With a hostile takeover on its hands,
troubles may have just started.
A shareholder group is planning to oust the video-game publisher's CEO Paul Eibeler, "review the employment status" of its CFO Karl Winters and take control of the board.
Analysts are calling the move "long overdue."
The shareholder group, consisting of Oppenheimer Funds, S.A.C. Capital Management, Tudor Investment, D.E. Shaw Valence Portfolios and ZelnickMedia, collectively own a little more than 45% of the company.
The news sent shares of Take-Two soaring by nearly $2.42, or 14%, to $20.03 in Wednesday midday trading.
In a regulatory filing, the group said it plans to nominate Strauss Zelnick, Benjamin Feder, Jon Moses, Michael Dornemann, Michael James Sheresky and a yet-unidentified sixth person to Take-Two's board of directors. The group also plans to reduce the size of the board from nine to six members.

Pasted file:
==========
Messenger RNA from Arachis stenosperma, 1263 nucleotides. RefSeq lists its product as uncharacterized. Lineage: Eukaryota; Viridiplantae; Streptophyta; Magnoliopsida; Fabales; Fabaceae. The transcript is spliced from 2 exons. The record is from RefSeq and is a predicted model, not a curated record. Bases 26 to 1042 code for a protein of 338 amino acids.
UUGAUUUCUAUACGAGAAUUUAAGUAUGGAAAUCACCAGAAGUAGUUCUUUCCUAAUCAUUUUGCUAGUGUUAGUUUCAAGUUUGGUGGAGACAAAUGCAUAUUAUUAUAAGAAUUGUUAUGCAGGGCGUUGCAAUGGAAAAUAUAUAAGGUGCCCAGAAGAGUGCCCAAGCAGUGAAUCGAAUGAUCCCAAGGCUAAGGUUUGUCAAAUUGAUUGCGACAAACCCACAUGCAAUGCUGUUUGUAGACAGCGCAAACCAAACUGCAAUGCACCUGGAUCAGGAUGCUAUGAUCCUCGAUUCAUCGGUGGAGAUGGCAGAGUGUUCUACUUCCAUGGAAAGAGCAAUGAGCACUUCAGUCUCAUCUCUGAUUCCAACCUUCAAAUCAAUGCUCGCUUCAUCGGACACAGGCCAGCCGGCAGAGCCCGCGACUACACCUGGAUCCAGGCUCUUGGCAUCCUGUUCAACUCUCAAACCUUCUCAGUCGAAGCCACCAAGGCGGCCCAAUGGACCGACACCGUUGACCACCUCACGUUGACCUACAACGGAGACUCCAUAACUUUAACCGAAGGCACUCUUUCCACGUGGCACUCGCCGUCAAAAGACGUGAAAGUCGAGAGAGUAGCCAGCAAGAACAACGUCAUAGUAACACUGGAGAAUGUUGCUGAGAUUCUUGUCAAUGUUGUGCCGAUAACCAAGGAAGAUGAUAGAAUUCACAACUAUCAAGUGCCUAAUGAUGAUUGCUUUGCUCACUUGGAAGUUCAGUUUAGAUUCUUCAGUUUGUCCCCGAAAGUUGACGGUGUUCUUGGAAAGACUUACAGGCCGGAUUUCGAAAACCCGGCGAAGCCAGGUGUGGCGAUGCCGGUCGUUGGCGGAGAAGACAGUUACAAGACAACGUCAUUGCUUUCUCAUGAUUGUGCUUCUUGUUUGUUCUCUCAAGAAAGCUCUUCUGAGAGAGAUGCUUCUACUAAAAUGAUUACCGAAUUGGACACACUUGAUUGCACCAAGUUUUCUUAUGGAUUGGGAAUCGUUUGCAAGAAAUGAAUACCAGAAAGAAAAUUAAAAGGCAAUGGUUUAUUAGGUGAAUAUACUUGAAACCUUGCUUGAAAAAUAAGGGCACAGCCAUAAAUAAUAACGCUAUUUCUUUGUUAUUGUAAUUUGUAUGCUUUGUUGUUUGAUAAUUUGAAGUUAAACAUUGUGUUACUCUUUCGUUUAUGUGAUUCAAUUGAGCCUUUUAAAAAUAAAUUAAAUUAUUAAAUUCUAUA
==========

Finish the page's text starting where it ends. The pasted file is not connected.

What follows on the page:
Zelnick, the financial and management consultant for the group, will seek to be the nonexecutive chairman of the board.
Take-Two's annual shareholder meeting is planned for Mar. 23.
The N.Y.-based company, best known for its
Grand Theft Auto
game series has recently faced some turbulent times.
Last month former CEO Ryan Brant
pleaded guilty to charges related to backdating stock options. He also agreed to pay $6.3 million to settle civil charges brought by the
Securities and Exchange Commission
A change of management, though, won't entirely solve Take-Two's problems, according to Elizabeth Osur, an analyst with Citigroup, which makes a market in Take-Two shares.
"While this activist step is long overdue, considering the high ownership concentration and several years of poor results, we believe the company's contracts create structural issues that will not be easily solved by the new management," Osur wrote in a research report.
Last month, Take-Two restated its financial results and blamed the
higher-than-expected loss on the video-game industry's transition toward next-generation platforms such as
Xbox 360 consoles.
Take-Two said it expects to return to profitability in the fourth quarter and break-even for the full fiscal year 2007. But now the management drama could place that goal in jeopardy.